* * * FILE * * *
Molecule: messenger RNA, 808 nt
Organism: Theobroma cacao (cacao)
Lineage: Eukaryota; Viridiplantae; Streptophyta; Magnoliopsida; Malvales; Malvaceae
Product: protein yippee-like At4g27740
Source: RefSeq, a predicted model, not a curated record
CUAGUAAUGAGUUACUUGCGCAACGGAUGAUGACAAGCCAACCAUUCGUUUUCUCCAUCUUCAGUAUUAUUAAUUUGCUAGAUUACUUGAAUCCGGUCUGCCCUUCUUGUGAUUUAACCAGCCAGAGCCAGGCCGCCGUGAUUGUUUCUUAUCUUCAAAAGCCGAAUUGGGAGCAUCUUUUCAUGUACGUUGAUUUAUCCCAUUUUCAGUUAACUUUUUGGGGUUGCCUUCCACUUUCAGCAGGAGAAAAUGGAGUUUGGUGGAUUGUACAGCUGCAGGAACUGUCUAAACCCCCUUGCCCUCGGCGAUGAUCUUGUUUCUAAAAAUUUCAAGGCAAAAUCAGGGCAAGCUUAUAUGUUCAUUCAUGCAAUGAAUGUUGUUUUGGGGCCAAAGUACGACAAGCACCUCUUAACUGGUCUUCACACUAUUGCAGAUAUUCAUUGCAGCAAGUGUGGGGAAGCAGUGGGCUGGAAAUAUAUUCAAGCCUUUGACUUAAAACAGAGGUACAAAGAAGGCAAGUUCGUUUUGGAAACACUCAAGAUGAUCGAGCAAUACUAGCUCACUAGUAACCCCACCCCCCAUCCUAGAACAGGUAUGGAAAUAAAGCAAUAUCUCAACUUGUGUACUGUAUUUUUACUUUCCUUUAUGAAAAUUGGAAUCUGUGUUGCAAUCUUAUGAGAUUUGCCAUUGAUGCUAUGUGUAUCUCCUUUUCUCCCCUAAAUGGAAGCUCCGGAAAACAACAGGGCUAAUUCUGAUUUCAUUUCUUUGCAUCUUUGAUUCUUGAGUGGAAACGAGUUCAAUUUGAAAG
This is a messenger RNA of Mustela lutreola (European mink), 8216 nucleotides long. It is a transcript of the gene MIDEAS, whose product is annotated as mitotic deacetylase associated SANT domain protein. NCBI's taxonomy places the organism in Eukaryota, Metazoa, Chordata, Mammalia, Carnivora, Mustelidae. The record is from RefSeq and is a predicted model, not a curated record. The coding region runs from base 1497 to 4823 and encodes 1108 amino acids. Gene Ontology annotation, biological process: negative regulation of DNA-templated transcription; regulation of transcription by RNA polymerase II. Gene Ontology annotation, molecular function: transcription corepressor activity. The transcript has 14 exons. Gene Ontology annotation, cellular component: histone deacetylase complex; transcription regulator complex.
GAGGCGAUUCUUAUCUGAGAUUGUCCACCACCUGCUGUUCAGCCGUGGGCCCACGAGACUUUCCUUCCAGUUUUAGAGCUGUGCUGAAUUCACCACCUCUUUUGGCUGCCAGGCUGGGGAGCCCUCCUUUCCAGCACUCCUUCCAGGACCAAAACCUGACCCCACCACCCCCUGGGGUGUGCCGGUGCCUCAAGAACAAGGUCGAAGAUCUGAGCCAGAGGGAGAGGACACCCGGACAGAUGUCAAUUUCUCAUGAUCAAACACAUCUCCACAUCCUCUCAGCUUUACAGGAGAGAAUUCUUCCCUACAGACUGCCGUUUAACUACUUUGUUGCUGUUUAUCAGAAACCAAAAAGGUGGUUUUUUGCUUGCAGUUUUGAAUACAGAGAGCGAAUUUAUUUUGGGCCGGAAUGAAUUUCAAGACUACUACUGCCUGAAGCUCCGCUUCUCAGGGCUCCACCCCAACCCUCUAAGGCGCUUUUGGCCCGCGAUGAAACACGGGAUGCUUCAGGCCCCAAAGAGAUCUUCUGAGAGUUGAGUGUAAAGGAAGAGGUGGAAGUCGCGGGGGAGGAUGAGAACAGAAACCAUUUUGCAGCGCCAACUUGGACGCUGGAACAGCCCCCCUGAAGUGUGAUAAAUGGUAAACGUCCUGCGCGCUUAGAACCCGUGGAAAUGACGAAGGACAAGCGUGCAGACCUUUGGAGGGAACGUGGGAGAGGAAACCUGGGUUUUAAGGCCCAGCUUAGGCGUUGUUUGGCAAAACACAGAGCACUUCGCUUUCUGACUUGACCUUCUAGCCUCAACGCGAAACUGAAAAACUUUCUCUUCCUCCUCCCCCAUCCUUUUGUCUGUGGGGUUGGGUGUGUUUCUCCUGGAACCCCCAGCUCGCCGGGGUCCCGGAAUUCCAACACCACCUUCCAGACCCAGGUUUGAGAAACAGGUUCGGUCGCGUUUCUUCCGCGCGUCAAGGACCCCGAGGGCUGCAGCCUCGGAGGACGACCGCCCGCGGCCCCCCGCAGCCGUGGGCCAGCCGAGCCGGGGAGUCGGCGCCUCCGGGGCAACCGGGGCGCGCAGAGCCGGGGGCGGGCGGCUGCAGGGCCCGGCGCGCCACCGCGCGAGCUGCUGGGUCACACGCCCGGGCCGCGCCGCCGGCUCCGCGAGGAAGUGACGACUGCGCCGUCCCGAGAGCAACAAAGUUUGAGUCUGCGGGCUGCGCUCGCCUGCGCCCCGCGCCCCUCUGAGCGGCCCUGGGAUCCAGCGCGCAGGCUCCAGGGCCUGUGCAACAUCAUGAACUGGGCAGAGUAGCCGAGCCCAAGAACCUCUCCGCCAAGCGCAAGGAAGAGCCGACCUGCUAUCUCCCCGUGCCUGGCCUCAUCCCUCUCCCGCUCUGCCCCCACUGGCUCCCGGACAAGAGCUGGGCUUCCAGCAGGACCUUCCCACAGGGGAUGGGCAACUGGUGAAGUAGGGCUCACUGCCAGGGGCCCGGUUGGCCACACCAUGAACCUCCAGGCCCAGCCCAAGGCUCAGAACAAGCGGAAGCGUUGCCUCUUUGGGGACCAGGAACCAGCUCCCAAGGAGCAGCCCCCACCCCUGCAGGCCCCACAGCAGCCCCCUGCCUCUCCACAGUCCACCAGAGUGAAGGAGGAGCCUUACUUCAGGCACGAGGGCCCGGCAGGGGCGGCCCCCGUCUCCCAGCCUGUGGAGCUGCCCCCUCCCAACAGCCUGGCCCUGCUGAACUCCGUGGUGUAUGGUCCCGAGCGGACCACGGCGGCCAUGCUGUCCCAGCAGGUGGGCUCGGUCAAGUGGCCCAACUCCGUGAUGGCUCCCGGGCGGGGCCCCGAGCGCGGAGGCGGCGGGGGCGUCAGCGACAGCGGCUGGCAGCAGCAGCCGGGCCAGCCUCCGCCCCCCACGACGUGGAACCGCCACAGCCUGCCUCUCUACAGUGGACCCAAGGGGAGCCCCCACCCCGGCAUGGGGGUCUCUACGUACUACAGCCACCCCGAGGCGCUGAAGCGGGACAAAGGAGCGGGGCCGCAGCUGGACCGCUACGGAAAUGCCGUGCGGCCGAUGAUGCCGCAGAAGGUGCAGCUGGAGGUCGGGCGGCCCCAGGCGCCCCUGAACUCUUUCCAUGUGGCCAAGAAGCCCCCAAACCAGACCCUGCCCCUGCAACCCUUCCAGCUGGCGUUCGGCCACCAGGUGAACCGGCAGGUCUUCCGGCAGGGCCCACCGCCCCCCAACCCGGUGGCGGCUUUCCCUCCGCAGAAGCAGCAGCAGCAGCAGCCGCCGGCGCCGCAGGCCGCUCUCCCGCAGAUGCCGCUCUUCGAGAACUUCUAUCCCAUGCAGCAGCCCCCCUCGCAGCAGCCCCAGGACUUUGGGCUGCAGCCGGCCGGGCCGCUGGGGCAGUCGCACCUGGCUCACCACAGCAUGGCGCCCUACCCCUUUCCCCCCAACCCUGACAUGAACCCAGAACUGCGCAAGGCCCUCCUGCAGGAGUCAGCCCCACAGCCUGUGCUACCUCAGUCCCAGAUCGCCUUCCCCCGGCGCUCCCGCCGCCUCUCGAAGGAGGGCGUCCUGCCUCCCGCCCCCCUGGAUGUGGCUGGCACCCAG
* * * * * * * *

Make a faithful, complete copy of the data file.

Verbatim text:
Molecule: messenger RNA, 808 nt
Organism: Theobroma cacao (cacao)
Lineage: Eukaryota; Viridiplantae; Streptophyta; Magnoliopsida; Malvales; Malvaceae
Product: protein yippee-like At4g27740
Source: RefSeq, a predicted model, not a curated record
CUAGUAAUGAGUUACUUGCGCAACGGAUGAUGACAAGCCAACCAUUCGUUUUCUCCAUCUUCAGUAUUAUUAAUUUGCUAGAUUACUUGAAUCCGGUCUGCCCUUCUUGUGAUUUAACCAGCCAGAGCCAGGCCGCCGUGAUUGUUUCUUAUCUUCAAAAGCCGAAUUGGGAGCAUCUUUUCAUGUACGUUGAUUUAUCCCAUUUUCAGUUAACUUUUUGGGGUUGCCUUCCACUUUCAGCAGGAGAAAAUGGAGUUUGGUGGAUUGUACAGCUGCAGGAACUGUCUAAACCCCCUUGCCCUCGGCGAUGAUCUUGUUUCUAAAAAUUUCAAGGCAAAAUCAGGGCAAGCUUAUAUGUUCAUUCAUGCAAUGAAUGUUGUUUUGGGGCCAAAGUACGACAAGCACCUCUUAACUGGUCUUCACACUAUUGCAGAUAUUCAUUGCAGCAAGUGUGGGGAAGCAGUGGGCUGGAAAUAUAUUCAAGCCUUUGACUUAAAACAGAGGUACAAAGAAGGCAAGUUCGUUUUGGAAACACUCAAGAUGAUCGAGCAAUACUAGCUCACUAGUAACCCCACCCCCCAUCCUAGAACAGGUAUGGAAAUAAAGCAAUAUCUCAACUUGUGUACUGUAUUUUUACUUUCCUUUAUGAAAAUUGGAAUCUGUGUUGCAAUCUUAUGAGAUUUGCCAUUGAUGCUAUGUGUAUCUCCUUUUCUCCCCUAAAUGGAAGCUCCGGAAAACAACAGGGCUAAUUCUGAUUUCAUUUCUUUGCAUCUUUGAUUCUUGAGUGGAAACGAGUUCAAUUUGAAAG
This is a messenger RNA of Mustela lutreola (European mink), 8216 nucleotides long. It is a transcript of the gene MIDEAS, whose product is annotated as mitotic deacetylase associated SANT domain protein. NCBI's taxonomy places the organism in Eukaryota, Metazoa, Chordata, Mammalia, Carnivora, Mustelidae. The record is from RefSeq and is a predicted model, not a curated record. The coding region runs from base 1497 to 4823 and encodes 1108 amino acids. Gene Ontology annotation, biological process: negative regulation of DNA-templated transcription; regulation of transcription by RNA polymerase II. Gene Ontology annotation, molecular function: transcription corepressor activity. The transcript has 14 exons. Gene Ontology annotation, cellular component: histone deacetylase complex; transcription regulator complex.
GAGGCGAUUCUUAUCUGAGAUUGUCCACCACCUGCUGUUCAGCCGUGGGCCCACGAGACUUUCCUUCCAGUUUUAGAGCUGUGCUGAAUUCACCACCUCUUUUGGCUGCCAGGCUGGGGAGCCCUCCUUUCCAGCACUCCUUCCAGGACCAAAACCUGACCCCACCACCCCCUGGGGUGUGCCGGUGCCUCAAGAACAAGGUCGAAGAUCUGAGCCAGAGGGAGAGGACACCCGGACAGAUGUCAAUUUCUCAUGAUCAAACACAUCUCCACAUCCUCUCAGCUUUACAGGAGAGAAUUCUUCCCUACAGACUGCCGUUUAACUACUUUGUUGCUGUUUAUCAGAAACCAAAAAGGUGGUUUUUUGCUUGCAGUUUUGAAUACAGAGAGCGAAUUUAUUUUGGGCCGGAAUGAAUUUCAAGACUACUACUGCCUGAAGCUCCGCUUCUCAGGGCUCCACCCCAACCCUCUAAGGCGCUUUUGGCCCGCGAUGAAACACGGGAUGCUUCAGGCCCCAAAGAGAUCUUCUGAGAGUUGAGUGUAAAGGAAGAGGUGGAAGUCGCGGGGGAGGAUGAGAACAGAAACCAUUUUGCAGCGCCAACUUGGACGCUGGAACAGCCCCCCUGAAGUGUGAUAAAUGGUAAACGUCCUGCGCGCUUAGAACCCGUGGAAAUGACGAAGGACAAGCGUGCAGACCUUUGGAGGGAACGUGGGAGAGGAAACCUGGGUUUUAAGGCCCAGCUUAGGCGUUGUUUGGCAAAACACAGAGCACUUCGCUUUCUGACUUGACCUUCUAGCCUCAACGCGAAACUGAAAAACUUUCUCUUCCUCCUCCCCCAUCCUUUUGUCUGUGGGGUUGGGUGUGUUUCUCCUGGAACCCCCAGCUCGCCGGGGUCCCGGAAUUCCAACACCACCUUCCAGACCCAGGUUUGAGAAACAGGUUCGGUCGCGUUUCUUCCGCGCGUCAAGGACCCCGAGGGCUGCAGCCUCGGAGGACGACCGCCCGCGGCCCCCCGCAGCCGUGGGCCAGCCGAGCCGGGGAGUCGGCGCCUCCGGGGCAACCGGGGCGCGCAGAGCCGGGGGCGGGCGGCUGCAGGGCCCGGCGCGCCACCGCGCGAGCUGCUGGGUCACACGCCCGGGCCGCGCCGCCGGCUCCGCGAGGAAGUGACGACUGCGCCGUCCCGAGAGCAACAAAGUUUGAGUCUGCGGGCUGCGCUCGCCUGCGCCCCGCGCCCCUCUGAGCGGCCCUGGGAUCCAGCGCGCAGGCUCCAGGGCCUGUGCAACAUCAUGAACUGGGCAGAGUAGCCGAGCCCAAGAACCUCUCCGCCAAGCGCAAGGAAGAGCCGACCUGCUAUCUCCCCGUGCCUGGCCUCAUCCCUCUCCCGCUCUGCCCCCACUGGCUCCCGGACAAGAGCUGGGCUUCCAGCAGGACCUUCCCACAGGGGAUGGGCAACUGGUGAAGUAGGGCUCACUGCCAGGGGCCCGGUUGGCCACACCAUGAACCUCCAGGCCCAGCCCAAGGCUCAGAACAAGCGGAAGCGUUGCCUCUUUGGGGACCAGGAACCAGCUCCCAAGGAGCAGCCCCCACCCCUGCAGGCCCCACAGCAGCCCCCUGCCUCUCCACAGUCCACCAGAGUGAAGGAGGAGCCUUACUUCAGGCACGAGGGCCCGGCAGGGGCGGCCCCCGUCUCCCAGCCUGUGGAGCUGCCCCCUCCCAACAGCCUGGCCCUGCUGAACUCCGUGGUGUAUGGUCCCGAGCGGACCACGGCGGCCAUGCUGUCCCAGCAGGUGGGCUCGGUCAAGUGGCCCAACUCCGUGAUGGCUCCCGGGCGGGGCCCCGAGCGCGGAGGCGGCGGGGGCGUCAGCGACAGCGGCUGGCAGCAGCAGCCGGGCCAGCCUCCGCCCCCCACGACGUGGAACCGCCACAGCCUGCCUCUCUACAGUGGACCCAAGGGGAGCCCCCACCCCGGCAUGGGGGUCUCUACGUACUACAGCCACCCCGAGGCGCUGAAGCGGGACAAAGGAGCGGGGCCGCAGCUGGACCGCUACGGAAAUGCCGUGCGGCCGAUGAUGCCGCAGAAGGUGCAGCUGGAGGUCGGGCGGCCCCAGGCGCCCCUGAACUCUUUCCAUGUGGCCAAGAAGCCCCCAAACCAGACCCUGCCCCUGCAACCCUUCCAGCUGGCGUUCGGCCACCAGGUGAACCGGCAGGUCUUCCGGCAGGGCCCACCGCCCCCCAACCCGGUGGCGGCUUUCCCUCCGCAGAAGCAGCAGCAGCAGCAGCCGCCGGCGCCGCAGGCCGCUCUCCCGCAGAUGCCGCUCUUCGAGAACUUCUAUCCCAUGCAGCAGCCCCCCUCGCAGCAGCCCCAGGACUUUGGGCUGCAGCCGGCCGGGCCGCUGGGGCAGUCGCACCUGGCUCACCACAGCAUGGCGCCCUACCCCUUUCCCCCCAACCCUGACAUGAACCCAGAACUGCGCAAGGCCCUCCUGCAGGAGUCAGCCCCACAGCCUGUGCUACCUCAGUCCCAGAUCGCCUUCCCCCGGCGCUCCCGCCGCCUCUCGAAGGAGGGCGUCCUGCCUCCCGCCCCCCUGGAUGUGGCUGGCACCCAG